Loaded Container Shipments to Break 200 Mn TEU Mark

Global loaded container traffic is on track to break the 200 million teu threshold this year for the first time ever, shipping consultancy Drewry said citing recent port and trade statistics.

“The Drewry Global Container Port Throughput Index shows no sign of slowing down, with the latest reading for September being nearly 10 points above the same month in 2016. Ignoring the monthly fluctuations, the trend has been relentlessly positive in 2017, following on from a more muted growth pattern last year,” Drewry explained.

The fastest growing regions were North America (+12.6%), Latin America (+11.1%) and China (10.3%); the slowest was Europe (4.4%), the index figures for September show.

Data gathered from CTS, PIERS and Datamar in a selection of key trades indicates that two-way traffic in some of the world’s largest trades was in the region of 4-5% higher after nine months of 2017.

In general, the “East-West” trades connecting Asia, North America and Europe, were strongest at +5% in aggregate, versus 3.4% for the sample of “North-South” routes.

The total increase across the sample group was 4.1 million teu, 30% of which derived from extra Intra-Asia (including Chinese domestic) activity. The next biggest contributions came from the big inter-continental Asia-Europe and Transpacific routes, which between them accounted for approximately another 43%, or 1.8 million teu of the additional traffic. The Asia-South Asia trade was by far the largest North-South contributor, adding another 270,000 teu to the sample total, Drewry added.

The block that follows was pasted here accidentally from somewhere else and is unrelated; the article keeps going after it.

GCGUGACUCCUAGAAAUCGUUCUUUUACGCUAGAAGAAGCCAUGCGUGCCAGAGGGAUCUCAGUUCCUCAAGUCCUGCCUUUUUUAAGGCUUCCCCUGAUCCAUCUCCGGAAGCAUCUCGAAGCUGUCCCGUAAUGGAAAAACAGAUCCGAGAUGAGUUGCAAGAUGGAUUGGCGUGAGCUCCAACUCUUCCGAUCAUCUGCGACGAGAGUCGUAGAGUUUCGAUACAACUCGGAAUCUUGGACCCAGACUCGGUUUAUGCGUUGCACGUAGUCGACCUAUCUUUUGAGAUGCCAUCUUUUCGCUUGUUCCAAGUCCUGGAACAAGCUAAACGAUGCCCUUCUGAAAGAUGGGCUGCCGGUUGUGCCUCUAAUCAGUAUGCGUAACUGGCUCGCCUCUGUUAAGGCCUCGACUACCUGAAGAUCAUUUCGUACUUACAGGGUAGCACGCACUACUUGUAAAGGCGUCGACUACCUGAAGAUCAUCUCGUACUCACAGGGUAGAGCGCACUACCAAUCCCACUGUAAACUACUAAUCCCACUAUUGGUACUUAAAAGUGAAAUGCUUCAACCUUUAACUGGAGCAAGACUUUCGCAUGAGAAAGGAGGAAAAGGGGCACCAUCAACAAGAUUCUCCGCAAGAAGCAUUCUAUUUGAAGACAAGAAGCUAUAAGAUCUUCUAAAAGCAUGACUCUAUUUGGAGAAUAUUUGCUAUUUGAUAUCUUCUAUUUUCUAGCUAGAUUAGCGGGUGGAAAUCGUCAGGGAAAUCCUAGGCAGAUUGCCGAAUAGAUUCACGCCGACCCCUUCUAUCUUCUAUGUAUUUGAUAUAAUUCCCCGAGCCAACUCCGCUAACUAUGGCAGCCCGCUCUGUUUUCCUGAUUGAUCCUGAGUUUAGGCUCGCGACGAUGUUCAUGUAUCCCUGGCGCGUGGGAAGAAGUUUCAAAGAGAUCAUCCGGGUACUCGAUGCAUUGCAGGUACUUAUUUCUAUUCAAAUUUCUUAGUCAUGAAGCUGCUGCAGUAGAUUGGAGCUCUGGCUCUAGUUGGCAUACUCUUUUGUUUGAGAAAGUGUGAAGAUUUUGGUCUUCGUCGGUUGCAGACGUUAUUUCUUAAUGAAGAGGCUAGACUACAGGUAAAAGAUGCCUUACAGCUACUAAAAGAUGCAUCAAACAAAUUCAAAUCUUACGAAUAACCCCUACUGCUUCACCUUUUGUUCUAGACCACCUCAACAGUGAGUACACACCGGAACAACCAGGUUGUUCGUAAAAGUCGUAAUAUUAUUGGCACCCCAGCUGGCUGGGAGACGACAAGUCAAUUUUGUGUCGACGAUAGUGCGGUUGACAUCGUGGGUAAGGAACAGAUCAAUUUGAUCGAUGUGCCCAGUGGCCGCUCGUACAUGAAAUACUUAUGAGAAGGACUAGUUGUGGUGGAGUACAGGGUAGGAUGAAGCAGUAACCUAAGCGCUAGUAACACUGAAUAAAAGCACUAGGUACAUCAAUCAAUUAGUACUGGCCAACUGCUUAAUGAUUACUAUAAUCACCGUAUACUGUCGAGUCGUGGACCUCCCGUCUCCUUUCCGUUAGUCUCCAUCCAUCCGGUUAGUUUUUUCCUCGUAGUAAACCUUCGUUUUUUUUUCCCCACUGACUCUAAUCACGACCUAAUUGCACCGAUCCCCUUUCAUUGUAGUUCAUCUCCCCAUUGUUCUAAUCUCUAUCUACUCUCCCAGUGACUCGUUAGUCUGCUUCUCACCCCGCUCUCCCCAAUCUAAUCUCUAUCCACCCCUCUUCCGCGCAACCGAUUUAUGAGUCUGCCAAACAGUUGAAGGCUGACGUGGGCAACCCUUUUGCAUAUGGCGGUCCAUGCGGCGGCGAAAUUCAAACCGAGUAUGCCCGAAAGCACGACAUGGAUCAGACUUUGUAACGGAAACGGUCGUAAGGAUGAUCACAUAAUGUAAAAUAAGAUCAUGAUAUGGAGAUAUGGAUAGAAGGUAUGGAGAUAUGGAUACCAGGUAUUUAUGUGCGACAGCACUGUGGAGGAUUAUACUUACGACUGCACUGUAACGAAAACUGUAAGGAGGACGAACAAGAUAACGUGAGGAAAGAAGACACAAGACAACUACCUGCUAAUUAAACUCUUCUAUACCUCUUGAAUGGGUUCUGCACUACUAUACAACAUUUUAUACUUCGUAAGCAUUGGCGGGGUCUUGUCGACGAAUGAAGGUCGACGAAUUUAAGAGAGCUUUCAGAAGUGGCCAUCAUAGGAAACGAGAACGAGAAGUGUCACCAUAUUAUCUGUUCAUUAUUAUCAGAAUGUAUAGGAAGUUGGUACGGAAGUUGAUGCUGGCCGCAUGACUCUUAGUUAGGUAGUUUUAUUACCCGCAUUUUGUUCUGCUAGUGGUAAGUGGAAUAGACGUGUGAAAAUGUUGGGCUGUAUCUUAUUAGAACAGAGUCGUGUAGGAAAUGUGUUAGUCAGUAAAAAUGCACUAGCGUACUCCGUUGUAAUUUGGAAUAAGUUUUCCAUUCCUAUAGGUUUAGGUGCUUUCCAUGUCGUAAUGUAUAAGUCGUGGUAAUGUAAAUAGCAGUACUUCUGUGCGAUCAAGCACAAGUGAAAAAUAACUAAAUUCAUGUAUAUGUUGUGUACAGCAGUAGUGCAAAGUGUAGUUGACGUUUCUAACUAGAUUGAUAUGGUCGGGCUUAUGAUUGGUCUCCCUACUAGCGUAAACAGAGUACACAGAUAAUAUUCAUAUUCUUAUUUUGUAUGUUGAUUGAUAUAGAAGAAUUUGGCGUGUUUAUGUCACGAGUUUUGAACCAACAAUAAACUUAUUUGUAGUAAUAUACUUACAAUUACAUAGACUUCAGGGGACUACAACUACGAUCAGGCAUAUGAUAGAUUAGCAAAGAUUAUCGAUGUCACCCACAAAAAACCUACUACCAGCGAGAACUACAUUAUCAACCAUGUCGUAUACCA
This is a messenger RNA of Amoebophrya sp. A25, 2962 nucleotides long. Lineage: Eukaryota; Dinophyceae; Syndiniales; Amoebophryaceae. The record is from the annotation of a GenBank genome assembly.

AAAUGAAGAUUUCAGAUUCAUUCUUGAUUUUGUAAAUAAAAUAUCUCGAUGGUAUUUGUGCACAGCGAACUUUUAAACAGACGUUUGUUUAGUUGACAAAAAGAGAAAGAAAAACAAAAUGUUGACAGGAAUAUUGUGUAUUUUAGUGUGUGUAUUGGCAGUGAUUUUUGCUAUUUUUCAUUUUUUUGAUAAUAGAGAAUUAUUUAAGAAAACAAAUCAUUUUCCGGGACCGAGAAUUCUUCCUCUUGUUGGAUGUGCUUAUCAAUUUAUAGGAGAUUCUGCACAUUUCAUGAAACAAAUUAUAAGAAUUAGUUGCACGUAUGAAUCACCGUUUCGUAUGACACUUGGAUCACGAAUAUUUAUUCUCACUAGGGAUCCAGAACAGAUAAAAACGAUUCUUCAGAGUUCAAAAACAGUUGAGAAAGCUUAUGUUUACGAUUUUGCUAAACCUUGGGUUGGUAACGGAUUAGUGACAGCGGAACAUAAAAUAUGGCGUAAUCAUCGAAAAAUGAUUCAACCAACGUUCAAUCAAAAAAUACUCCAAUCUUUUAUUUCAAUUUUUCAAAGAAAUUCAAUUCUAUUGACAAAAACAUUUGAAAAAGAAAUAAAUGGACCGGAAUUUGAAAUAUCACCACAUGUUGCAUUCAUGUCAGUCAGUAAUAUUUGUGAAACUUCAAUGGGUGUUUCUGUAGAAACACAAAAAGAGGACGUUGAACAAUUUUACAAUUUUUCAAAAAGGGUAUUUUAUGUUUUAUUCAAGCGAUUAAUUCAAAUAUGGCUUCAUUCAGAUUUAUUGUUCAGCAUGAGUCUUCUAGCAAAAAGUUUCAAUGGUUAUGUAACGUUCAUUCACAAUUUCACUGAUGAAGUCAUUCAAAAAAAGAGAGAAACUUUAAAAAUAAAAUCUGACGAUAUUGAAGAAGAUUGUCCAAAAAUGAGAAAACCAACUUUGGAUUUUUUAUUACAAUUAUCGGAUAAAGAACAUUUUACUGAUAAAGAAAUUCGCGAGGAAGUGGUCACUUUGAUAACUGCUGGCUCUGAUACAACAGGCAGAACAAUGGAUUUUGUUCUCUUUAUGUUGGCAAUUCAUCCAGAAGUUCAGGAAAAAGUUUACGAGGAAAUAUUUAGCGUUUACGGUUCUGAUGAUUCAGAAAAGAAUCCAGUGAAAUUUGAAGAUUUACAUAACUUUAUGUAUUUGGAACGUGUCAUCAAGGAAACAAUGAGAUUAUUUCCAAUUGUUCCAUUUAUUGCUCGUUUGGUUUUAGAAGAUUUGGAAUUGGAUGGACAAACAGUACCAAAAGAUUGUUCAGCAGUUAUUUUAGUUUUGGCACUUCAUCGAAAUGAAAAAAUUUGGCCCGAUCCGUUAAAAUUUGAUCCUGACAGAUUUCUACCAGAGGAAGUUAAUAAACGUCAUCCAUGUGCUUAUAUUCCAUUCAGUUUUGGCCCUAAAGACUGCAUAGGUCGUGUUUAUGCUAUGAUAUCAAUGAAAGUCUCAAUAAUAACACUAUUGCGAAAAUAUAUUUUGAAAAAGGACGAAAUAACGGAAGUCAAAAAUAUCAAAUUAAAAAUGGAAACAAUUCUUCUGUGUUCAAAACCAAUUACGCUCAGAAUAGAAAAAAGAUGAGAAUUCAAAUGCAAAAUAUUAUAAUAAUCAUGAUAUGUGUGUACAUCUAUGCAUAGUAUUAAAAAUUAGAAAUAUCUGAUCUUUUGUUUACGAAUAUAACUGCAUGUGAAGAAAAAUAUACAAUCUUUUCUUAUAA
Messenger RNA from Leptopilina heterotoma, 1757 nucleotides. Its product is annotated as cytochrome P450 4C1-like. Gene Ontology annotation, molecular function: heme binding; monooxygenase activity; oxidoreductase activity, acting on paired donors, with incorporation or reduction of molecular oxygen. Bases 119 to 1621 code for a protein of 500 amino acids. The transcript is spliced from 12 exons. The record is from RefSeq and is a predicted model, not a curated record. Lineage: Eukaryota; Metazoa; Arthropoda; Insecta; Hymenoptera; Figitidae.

“Another factor that makes us more confident for the container demand outlook for this and next year is the improving macro-economic backdrop, with the IMF once again making a small upgrade of 0.1 points to both its 2017 and 2018 world GDP forecast. This follows similar incremental improvements made over the past year,” the shipping consultancy adds.

Despite the genuine momentum on the demand side, Drewry believes that carriers risk losing any benefits if they don’t address the supply issues they face.

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